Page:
Water Crossings!

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All the brave adventurers who have dared to head out to the Himalayas, Ladhakh regions in particular on their trusted bulls have often kept in mind 3 major perils of the region namely dropping temperature, altitude sickness and water crossings. Good Clothing and Diamox can get you through the first two but there is no aid you can call upon to get over the water crossings. Each one to his own!

There are many different kinds of water crossings – some flowing into your path, some away from you, some perpendicular and even other unimaginable angles. There are some that make a huge splash and a lot of noise and some that flow silently without any issues.

You have no idea what lurks underneath but sometimes it’s on the surface.

The technique is really simple and manageable at speeds in the lower gears and medium revs with the clutch let out. Before getting into the water establish a firm stance on the bike (either sitting or standing) and look where you want to go. (Not just 2 feet ahead of the tire!) Start the crossing with a bit of acceleration so your front wheel is light which will enable you to climb easily over the obstacles and give you a bit more clearance. Honestly it’s as easy as that. Always stay calm and make sure that your actions are from thinking and not from panic reactions.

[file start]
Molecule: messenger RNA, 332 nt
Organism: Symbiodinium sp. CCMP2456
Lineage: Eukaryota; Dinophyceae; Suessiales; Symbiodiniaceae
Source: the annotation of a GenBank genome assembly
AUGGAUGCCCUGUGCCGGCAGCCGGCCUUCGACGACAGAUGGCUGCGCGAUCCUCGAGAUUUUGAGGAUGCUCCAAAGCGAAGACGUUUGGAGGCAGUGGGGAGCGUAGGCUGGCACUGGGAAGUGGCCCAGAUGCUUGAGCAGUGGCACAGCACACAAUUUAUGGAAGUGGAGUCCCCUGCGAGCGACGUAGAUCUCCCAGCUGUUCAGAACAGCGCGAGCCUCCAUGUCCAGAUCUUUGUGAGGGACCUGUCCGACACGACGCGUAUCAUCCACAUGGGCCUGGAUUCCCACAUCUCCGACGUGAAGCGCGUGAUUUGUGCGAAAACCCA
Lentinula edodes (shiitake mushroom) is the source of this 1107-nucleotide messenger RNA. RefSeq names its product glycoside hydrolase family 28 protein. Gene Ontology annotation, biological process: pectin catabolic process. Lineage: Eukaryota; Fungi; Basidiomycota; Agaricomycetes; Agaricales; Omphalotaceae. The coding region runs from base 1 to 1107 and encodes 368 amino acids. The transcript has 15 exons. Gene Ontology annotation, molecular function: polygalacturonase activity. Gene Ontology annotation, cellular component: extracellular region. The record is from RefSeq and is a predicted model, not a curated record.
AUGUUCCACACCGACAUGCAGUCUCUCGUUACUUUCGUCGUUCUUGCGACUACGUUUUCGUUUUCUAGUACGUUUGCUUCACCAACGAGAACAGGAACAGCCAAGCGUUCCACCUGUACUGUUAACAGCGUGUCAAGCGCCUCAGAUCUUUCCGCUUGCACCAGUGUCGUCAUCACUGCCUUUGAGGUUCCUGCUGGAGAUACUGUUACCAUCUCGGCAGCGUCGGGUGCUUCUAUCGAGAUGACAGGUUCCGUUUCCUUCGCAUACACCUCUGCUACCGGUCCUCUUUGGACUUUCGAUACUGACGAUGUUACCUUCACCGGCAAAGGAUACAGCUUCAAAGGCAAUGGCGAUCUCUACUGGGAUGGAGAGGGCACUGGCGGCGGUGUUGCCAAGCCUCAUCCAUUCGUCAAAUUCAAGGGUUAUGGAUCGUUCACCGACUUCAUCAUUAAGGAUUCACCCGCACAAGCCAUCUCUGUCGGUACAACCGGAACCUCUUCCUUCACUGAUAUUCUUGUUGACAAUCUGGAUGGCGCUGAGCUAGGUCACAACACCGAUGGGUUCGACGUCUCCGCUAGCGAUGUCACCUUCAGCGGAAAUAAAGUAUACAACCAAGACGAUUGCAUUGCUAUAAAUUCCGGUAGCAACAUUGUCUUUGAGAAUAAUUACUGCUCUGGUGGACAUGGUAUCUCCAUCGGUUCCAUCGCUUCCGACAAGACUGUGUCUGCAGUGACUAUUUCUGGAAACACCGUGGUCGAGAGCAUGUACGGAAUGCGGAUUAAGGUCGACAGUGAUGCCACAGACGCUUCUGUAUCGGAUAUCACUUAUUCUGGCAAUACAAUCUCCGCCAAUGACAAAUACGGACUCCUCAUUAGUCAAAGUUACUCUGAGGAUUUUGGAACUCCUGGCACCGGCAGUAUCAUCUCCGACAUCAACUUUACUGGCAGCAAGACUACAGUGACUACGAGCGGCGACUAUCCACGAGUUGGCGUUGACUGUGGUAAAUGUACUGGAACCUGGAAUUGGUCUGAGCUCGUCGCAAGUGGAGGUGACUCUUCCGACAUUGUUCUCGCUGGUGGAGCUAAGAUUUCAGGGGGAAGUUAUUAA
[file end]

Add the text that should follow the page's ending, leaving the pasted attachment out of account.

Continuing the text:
SOME BASIC RULES TO FOLLOW

  • Take time to study the crossing and don’t be in a hurry
  • Keeping your shoe dry is not an ultimate aim.
  • It’s better to wait before the crossing and watch other people cross than to wait on the other side while you can dry yourself.
  • When in Doubt choose the lower gear
  • If you do get stuck; try smarter not harder. Take your time don’t panic!
  • Pay special attention not to allow the engine to stall
  • Point into flow
  • Don’t be afraid to get wet
  • Make a plan and be ready to get along with it
  • If in group go one at a time

AVOID

  • Going too fast
  • Taking your feet off the footrest
  • Stalling the Engine/Motion
  • Panicking
  • Slipping the clutch
  • Too much RPM
  • Holding too hard on the handles

Written by Milind